Take it easy
  Bristol Wells

N 40.41677 ° W116.80049° Bristol Well, NV Quad

VISITED September 18, 2016
Our breakfast: Eggs, bacon, and hash browns at Cathedral Gorge
Our Supper: Ribeyes as big as your head at Cathedral Gorge.

Go to Pioche, Nevada. You there yet? Outstanding!! Now head north on US 93 for 14 miles; turn left on Bristol Wells Rd. Stay on Bristol Wells Rd for 6.2 miles. You're at a junction. One mile to the west is Bristol Wells; continuing on the road for 3.8 miles will take you to the mine site.

From Pioche:


Kiln builders were usually skilled artisans who took great pride in their work and employed special techniques in the construction of their beehive-shaped ovens. The fact that many century-old kilns remain almost intact attests to their fine craftsmanship. Not only were the rocks in the Bristol kilns skillfully fitted but they are of an unusual green color. Surrounded by clumps of blooming rabbitbrush, the green kilns and golden flowers complemented one another. Originally, there had been four kilns but one had collapsed (or been vandalized) and most of the stones were gone. Each kiln stands about 20 feet high, has a very small opening at the top and a metal-framed opening at the bottom which faces north. Of particular interest is the middle opening on the side which faces in a different direction on each kiln. We hypothesized about this but did not come up with a satisfactory explanation. Adobe mud mortars the exterior rocks and the interior has a coating of cement. They were built to last and they have. Once said to boast a population of nearly 400, several mills, a smelter, saloon and store, the crossroad of Bristol Well was an active community for many years. A windmill, several stone buildings, a few foundations, a covered stable and piles of slag mark the site. The stable is intriguing. It utilizes a rock wall built into the side of a hill (originally a mill site) which is about 60 feet long. The eastern half has been covered with ridge poles and roofed with sod. Heavy timbers down the center hold the weight of the roof. The western end is partially boarded and may have been roofed at one time. Due to the climate in this area, shelter for animals would have been necessary on winter nights. Later, talking with S.A. Hollinger of Pioche, we learned he had run cattle in the valley many years ago and used Bristol Well as a line-camp. He had used the stones from the collapsed kiln to build one of the cabins and also constructed the stable for his horses. "Those horses had to learn to duck in order to get in and out of the stable," Hollinger told us.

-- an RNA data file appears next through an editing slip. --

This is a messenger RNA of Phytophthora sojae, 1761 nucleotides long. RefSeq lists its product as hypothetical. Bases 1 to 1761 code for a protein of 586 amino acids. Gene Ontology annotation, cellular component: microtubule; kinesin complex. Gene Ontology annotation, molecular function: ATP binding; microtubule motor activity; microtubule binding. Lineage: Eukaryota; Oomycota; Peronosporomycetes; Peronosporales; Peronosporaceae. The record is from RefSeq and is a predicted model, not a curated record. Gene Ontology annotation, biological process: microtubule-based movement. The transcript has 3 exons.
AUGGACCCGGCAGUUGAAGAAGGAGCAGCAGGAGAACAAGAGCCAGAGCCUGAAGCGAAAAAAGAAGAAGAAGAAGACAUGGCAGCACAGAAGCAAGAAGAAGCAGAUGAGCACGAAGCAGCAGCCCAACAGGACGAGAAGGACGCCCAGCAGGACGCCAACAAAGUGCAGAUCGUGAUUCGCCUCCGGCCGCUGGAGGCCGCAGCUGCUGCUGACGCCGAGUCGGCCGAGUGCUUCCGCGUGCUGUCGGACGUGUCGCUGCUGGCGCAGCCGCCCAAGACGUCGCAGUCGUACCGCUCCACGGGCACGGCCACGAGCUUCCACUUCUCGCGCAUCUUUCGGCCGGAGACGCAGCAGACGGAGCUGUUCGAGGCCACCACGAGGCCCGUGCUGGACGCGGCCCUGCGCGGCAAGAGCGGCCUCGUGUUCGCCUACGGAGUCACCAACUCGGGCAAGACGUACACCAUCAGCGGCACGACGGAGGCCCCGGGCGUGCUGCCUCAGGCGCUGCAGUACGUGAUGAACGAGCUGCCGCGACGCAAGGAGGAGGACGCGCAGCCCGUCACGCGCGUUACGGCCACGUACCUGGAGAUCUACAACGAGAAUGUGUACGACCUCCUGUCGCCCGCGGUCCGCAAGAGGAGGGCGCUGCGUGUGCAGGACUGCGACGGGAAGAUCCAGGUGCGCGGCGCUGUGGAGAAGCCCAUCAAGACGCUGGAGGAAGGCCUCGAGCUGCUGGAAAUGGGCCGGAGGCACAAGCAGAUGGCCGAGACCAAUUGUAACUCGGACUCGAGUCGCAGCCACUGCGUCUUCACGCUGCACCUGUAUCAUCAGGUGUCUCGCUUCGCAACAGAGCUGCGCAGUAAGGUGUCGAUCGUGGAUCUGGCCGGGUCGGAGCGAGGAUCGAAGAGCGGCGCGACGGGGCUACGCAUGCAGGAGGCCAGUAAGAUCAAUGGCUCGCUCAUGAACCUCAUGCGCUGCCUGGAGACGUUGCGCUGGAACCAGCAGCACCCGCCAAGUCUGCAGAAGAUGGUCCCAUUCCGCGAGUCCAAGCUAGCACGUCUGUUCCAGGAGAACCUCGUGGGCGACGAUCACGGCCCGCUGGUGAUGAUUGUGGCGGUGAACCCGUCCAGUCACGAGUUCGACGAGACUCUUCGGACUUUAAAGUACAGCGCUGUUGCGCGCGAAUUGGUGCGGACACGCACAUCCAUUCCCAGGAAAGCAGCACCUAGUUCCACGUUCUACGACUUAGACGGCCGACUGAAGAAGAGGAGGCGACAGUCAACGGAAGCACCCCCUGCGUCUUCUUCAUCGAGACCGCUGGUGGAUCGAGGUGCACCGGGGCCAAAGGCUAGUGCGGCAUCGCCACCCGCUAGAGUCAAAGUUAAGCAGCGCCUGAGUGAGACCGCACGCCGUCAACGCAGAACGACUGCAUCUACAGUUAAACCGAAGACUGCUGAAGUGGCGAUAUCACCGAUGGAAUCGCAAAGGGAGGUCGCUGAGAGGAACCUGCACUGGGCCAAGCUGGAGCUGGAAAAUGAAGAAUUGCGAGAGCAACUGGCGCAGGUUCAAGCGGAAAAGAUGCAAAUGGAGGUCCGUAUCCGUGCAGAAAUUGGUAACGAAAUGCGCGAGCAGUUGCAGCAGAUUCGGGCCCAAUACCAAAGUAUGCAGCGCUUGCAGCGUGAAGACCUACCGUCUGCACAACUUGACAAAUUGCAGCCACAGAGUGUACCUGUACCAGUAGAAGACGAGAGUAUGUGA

-Mary Frances Strong, Desert Magazine, August 1975

Pretty sure, due to the distance mentioned and the fact that men were "chopping wood," that this refers to the site now known as Bristol Wells.